Absent forebrain replaced by embryonic stem cells

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For the past few decades, it has been possible to directly manipulate an organism’s genes early in development, to generate, for example, mice that harbour genetic modifications. Such transgenic mice have been powerful model systems in which to study human disease1, but conventional approaches for generating these animals can be costly and time-consuming. Writing in Nature, Chang et al.2 describe an alternative approach to building complex mouse models with which to interrogate the function and diseases of the forebrain. The authors’ approach could also be used to produce models focused on other regions of the central nervous system (CNS).

In conventional transgenic approaches, genes are modified in mouse embryonic stem (ES) cells, which are pluripotent — they can give rise to all cell types of the animal’s body. The genetically engineered cells are then injected into a mouse embryo at an early stage of development called the blasto-cyst stage. The result is a chimaeric mouse, in which some cells are genetically modified and some are not. If the animal’s eggs or sperm contain the genetic modification, it can be bred to produce offspring in which all the cells are modified (Fig. 1a). This approach, although recently accelerated by gene-editing technologies such as CRISPR–Cas9, remains expensive and labour-intensive. Moreover, unless the genetic modification is engineered to be expressed in only certain cell types, this approach is limited to genes that are not essential for early embryonic development.

Diagram of two ways to generate genetically modified mice.

Figure 1 | Two ways to generate genetically modified mice. a, Genetically modified mice are usually generated by engineering mouse embryonic stem (ES) cells to harbour a desired mutation, and injecting the modified cells into a host embryo at the blastocyst stage. The embryo is then implanted into a foster mother. The donor and host ES cells mingle, giving rise to chimaeric mice consisting of both cell lineages (indicated by colouring). By breeding with wild-type mice, chimaeric animals can pass the mutation down through their eggs or sperm, producing offspring in which all cells are genetically modified. b, Chang et al.2 describe an alternative approach called neural blastocyst complementation to produce mice whose forebrain cells all carry a desired genetic modification. The authors generated host embryos in which diphtheria toxin subunit A was expressed only in forebrain progenitor cells — these cells therefore died, leaving a vacant niche. The group injected the host blastocysts with donor ES cells that harboured a genetic modification of interest, and implanted them into foster mothers. The donor cells filled the vacant niche, repopulating the forebrain (but not other brain regions) of the resulting mice.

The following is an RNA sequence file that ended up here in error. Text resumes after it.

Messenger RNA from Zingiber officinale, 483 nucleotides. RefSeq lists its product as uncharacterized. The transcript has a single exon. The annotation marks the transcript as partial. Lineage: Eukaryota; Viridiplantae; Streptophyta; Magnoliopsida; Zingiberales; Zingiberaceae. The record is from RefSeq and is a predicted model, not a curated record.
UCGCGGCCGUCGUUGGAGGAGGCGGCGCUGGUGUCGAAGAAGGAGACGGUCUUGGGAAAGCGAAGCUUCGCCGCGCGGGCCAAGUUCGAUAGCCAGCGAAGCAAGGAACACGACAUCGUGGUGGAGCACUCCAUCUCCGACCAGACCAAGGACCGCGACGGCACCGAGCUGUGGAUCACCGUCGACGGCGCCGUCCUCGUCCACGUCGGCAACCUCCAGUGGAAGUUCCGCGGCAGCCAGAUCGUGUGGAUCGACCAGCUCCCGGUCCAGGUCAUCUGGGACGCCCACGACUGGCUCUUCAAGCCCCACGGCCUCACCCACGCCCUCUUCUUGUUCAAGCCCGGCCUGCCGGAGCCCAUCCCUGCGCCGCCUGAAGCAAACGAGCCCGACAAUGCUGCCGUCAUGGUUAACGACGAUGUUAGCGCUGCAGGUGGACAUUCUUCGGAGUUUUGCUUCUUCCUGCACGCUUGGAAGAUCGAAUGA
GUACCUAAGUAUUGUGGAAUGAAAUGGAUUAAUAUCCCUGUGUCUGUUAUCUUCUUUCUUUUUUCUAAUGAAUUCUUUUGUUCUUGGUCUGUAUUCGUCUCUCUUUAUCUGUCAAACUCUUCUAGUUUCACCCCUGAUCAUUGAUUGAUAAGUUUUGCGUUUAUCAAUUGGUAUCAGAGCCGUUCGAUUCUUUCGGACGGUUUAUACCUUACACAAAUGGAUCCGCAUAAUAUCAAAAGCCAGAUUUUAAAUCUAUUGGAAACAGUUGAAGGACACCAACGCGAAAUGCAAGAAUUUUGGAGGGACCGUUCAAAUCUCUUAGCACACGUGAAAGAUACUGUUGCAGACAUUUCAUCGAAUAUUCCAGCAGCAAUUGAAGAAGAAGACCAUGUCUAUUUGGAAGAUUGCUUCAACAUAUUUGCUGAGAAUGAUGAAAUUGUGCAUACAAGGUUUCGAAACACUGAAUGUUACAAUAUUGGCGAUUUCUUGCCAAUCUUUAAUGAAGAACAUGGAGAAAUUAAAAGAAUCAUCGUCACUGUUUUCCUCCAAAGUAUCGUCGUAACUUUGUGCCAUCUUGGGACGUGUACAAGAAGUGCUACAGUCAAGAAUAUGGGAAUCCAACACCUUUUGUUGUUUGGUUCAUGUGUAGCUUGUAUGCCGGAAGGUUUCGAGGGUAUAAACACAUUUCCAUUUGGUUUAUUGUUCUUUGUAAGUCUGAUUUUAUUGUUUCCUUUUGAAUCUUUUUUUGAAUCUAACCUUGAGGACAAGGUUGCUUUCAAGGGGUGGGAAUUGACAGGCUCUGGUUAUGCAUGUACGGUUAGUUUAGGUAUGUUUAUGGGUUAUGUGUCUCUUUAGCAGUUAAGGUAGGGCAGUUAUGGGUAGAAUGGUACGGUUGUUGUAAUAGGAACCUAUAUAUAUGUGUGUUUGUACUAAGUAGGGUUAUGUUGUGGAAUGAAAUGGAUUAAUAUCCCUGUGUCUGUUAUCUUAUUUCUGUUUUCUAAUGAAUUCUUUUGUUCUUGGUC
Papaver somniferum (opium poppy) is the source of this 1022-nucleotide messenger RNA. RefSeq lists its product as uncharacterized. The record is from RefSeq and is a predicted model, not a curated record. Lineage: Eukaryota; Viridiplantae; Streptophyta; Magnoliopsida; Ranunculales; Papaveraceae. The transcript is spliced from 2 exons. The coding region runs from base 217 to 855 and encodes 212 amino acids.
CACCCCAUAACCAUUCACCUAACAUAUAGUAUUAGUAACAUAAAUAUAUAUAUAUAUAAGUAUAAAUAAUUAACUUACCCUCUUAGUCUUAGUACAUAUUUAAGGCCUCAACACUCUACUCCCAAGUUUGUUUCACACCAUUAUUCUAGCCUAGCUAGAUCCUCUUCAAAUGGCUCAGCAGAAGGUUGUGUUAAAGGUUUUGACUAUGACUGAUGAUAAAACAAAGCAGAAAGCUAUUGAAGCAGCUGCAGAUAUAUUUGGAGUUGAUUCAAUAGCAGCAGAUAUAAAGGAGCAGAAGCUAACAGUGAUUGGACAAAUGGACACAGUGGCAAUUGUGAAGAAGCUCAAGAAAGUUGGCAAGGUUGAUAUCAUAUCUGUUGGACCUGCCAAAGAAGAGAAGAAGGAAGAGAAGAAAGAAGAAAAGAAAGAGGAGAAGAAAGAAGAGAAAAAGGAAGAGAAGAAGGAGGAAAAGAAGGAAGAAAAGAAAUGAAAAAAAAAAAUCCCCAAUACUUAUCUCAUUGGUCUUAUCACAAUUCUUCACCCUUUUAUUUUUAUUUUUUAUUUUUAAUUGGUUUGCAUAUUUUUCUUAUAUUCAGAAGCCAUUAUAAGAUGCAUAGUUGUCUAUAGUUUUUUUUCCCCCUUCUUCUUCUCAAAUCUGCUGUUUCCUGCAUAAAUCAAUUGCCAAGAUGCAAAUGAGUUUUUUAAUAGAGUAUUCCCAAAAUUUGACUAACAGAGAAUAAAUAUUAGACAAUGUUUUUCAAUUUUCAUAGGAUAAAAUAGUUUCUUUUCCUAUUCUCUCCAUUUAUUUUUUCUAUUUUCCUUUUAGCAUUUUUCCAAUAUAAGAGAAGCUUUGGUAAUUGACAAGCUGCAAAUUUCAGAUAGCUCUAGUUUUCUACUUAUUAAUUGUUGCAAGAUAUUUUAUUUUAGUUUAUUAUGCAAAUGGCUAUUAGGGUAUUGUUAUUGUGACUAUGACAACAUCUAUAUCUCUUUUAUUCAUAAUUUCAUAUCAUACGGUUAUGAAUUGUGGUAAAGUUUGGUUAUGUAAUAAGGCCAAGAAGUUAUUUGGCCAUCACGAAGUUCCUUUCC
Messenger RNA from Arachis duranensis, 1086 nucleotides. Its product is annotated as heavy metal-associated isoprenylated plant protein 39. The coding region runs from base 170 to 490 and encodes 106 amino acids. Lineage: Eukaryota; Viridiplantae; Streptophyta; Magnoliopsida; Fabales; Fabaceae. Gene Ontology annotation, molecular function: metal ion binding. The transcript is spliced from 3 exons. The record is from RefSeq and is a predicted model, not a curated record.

More than two decades ago, the laboratory that performed the current study devised a technique called blastocyst complementation, to circumvent these limitations in the immune system3. The approach is based on the fact that, if the development of a particular organ in the host is disabled, a vacant niche is created that can be filled by tissue derived from newly introduced ES cells. In that paper, the authors used RAG2-deficient mice, which do not have mature immune cells called T and B cells. They showed that embryos of this strain could give rise to mice that generated T and B cells normally if blastocysts were injected with wild-type mouse ES cells. Moreover, these immune cells were exclusively of donor origin.

Blastocyst complementation has since been used to generate the lens of the eye4, the kidney5 and the heart6. The technique has also been used to generate pancreases made mainly of cells from another species, by injecting mouse cells into pancreas-disabled rat blastocysts and vice versa7. This type of animal, called an interspecies chimaera, offers great potential both for understanding fundamental principles in biology and for regenerative medicine, in which the ultimate goal is to grow organs that carry the genome of a specific individual.

Chang et al. developed an approach that they call neural blastocyst complementation (NBC), which involved disrupting the developing mouse forebrain — the region that will generate the brain’s hippo-campus, cerebral cortex and olfactory bulbs, among other structures (Fig. 1b). They crossed existing transgenic mouse strains to produce embryos in which diphtheria toxin subunit A was expressed specifically in forebrain progenitor cells. This led to the death of these cells, and therefore to mice that lacked forebrain structures. But wild-type ES cells injected into blastocysts of this strain could repopulate the forebrain niche. The authors found that the forebrain structures in the resulting animals were reconstituted. These mice were indistinguishable from controls in a set of behavioural assays.

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